Had a busy couple of weeks which have included many visits with your Grandma! Besides the hugs and profound elder knowledge, you also got your very own serving of hot blueberry pie, straight from the oven. You missed the pie? The pie was there, I promise.
Forensic Genealogy and Adoption – Tracking Down Your Living Limbs.
The Ottawa Public Library let your grandma into the Carlingwood Branch to present “Forensic Genealogy and Adoption, Tracking Down Your Living Limbs.” Once the massive crowd (millions I tell ya) settled into their seats they were introduced to the concepts and strategies behind Forensic Genealogy and how those strategies can help with adoption searches.
Since I tend towards the Genetic side of things we delved deeply into my Cousin Betty Jean’s adoption search and the use of Genetic Genealogy. After all Betty Jean’s Genes helped us find one of her birth parents so far (and possibly the other – soon…the test is in processing).
It Takes Time
This was one of the biggest points of the presentation – It takes time. I know. You and everyone else in the world has watched these shows where one instance they are sitting at a table with a Genealogist in Philadelphia and the next they magically appear in Paris talking to their newly found 3rd cousin. It’s TV folks and slow just don’t sell the sponsors DNA test kits.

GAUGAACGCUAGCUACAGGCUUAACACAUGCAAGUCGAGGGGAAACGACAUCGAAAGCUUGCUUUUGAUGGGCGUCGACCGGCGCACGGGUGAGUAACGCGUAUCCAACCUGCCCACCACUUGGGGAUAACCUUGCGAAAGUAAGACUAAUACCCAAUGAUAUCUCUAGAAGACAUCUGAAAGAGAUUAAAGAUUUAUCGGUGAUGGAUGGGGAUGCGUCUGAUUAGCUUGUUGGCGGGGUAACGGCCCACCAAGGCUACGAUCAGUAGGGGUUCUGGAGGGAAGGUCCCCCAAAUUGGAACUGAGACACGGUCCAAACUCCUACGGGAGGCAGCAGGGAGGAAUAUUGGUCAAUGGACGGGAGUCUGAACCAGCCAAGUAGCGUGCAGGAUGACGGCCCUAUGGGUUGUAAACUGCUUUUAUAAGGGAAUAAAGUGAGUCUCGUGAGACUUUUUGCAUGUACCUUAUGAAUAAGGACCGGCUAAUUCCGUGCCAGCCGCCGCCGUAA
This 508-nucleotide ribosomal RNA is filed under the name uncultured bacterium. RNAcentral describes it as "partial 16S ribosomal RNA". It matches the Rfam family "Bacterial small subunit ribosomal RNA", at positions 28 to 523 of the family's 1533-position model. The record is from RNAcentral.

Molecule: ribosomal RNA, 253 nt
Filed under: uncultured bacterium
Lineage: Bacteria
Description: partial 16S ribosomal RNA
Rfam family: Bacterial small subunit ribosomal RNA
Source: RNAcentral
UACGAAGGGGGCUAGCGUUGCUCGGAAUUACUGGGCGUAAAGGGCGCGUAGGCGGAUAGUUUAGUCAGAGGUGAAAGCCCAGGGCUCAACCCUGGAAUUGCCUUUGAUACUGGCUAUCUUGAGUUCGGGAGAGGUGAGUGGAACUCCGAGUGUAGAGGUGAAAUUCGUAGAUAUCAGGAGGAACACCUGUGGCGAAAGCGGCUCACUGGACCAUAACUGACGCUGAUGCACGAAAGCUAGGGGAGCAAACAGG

Adoption searches can be a roller coaster emotionally. Bolster your support group with more than just friends and family. Get involved in a local support group and even get some professional help.
This was another big point and a big talking point for questions during the presentation. As someone who is researching to find the birth family of an adoptee or the adoptee for a birth family, you do not have the right to willy nilly spread someone else’s story all over the internet. If you know your surname? Post the surname, but don’t go about saying that Jane Smith had a baby in 1955. Especially if it hasn’t been proven in the least yet. Be respectful and only tell the parts of the story that you have permission to tell.
Telling the tale with caution
Whatever avenue you use to put yourself “out there”, whether it be a Facebook page about your adoption, an adopted and a birth family tree on WikiTree, an instagram feed of photographs of yourself and likenesses between you and people you have proven to be your kin, do so with caution.
I myself, personally, don’t know anyone who has been the target of Genealogical Identity theft, but be vigilant with your own personal information.
I am very much so “out there”. Being “out there” is a part of my business model, so I hope I am ahead of the game and in charge of my own narrative. You? You have to decide how much or how little you want to make public. Take care of yourself.
Judy G. Russell, the Legal Genealogist, covers some of the privacy issues in a posting online in her December of 2016 Blog, The opt-in default.
Your Grandma is working away making afghans for all of you. You know, the ones with the big holes that never really keep you warm? The ones you throw over the back of the sofa just when your Grandma comes to visit? They will arrive with blueberry pie stains all over them too. It is, after all, hard to crochet and eat blueberry pie at the same time.